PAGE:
The David Straight material I keep linking to describes a corporate structure “overlaid” on top of our God-given Constitutional, representative government. There is no indication we’re going to tear this overlay off by being polite about it. Most of us are struggling to confront a system that is “accusing” us of breaking laws that don’t exist, hurting people based on nonexistent science, and foolishly believing misguided “conspiracy theories.” In other words we feel gaslighted all the time, and the only way out of it is to find a way to stand our ground psychologically and establish that, No, I am not a criminal, I am not needlessly selfish or stupid, and I am not crazy.
Built into the fabric of our Judeo-Christian tradition is the idea that evil is not simply a force that leads us astray or inspires cruelty and harm. It is, in fact, an entity that simultaneously throws despair and distraction at us, and then accuses us of being what it is trying to make us.
The adversary says Job ain’t that great, takes his wealth, family and health, and then sits back and waits to say, “See? Watch him curse God.”
We are standing in a courtroom every day – at the dinner table as children accuse us of being racist or science-deniers, in schools as teachers challenge their students’ basic identity, in the media, in government.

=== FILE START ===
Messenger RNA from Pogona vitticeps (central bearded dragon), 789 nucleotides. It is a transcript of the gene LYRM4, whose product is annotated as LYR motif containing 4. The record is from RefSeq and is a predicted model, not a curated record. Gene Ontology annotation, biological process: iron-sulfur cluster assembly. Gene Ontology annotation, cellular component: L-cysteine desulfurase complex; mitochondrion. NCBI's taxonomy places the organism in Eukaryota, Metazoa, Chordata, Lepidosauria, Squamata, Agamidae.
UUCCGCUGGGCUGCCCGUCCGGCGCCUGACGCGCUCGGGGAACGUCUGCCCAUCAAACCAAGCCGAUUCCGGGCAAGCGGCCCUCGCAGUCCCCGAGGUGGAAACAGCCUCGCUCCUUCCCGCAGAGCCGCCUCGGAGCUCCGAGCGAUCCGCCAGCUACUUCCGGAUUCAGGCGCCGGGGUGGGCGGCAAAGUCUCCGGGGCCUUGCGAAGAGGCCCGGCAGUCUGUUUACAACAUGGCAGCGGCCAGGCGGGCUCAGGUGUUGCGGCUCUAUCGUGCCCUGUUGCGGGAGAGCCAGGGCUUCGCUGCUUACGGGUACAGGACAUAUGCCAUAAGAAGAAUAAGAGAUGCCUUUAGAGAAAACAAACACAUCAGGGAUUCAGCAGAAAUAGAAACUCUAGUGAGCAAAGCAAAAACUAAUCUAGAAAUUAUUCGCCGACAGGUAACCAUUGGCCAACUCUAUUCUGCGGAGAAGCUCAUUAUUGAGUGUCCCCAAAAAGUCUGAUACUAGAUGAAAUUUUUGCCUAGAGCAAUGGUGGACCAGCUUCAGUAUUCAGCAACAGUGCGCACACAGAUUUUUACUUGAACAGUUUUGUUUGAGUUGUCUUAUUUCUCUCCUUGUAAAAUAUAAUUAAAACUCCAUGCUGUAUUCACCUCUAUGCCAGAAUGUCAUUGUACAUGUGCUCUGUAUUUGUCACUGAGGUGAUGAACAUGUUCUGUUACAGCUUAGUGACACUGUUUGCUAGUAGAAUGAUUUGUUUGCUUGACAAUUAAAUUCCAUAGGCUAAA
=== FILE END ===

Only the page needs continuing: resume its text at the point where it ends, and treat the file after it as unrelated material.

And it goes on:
They accuse us of being hateful while at the same time pushing harder and harder to give us reasons to hate.
The challenge is to not become what we are accused of. This is my point. Pop Christian culture focuses on evil as being temptation to misbehave, or as a force that causes fear. It’s a My Little Pony version of evil, that can keep you from getting out of bed in the morning or encourage you to have one too many margaritas with your girlfriends.
But evil is more complex than that. Evil doesn’t just want you to go astray, it wants you to believe you are one who goes astray. The end effect can be the same. After all, how many Christians and patriots have been silenced over the years because they don’t want to be called homophobic or a Nazi… and how many silently wonder if they are?
The essential truth built into the fabric of Judeo-Christian culture is that evil is a force that can not only test and torment us, it can also accuse us of being exactly what those tests and torments are trying to push us into becoming.
The challenge, and where words like “love,” and “Jesus,” and “worship,” come into play – is to not.
So Satan went out from the presence of the Lord and afflicted Job with painful sores from the soles of his feet to the crown of his head. Then Job took a piece of broken pottery and scraped himself with it as he sat among the ashes.
His wife said to him, “Are you still maintaining your integrity? Curse God and die!”
He replied, “You are talking like a foolish woman. Shall we accept good from God, and not trouble?”
In all this, Job did not sin in what he said.Job 2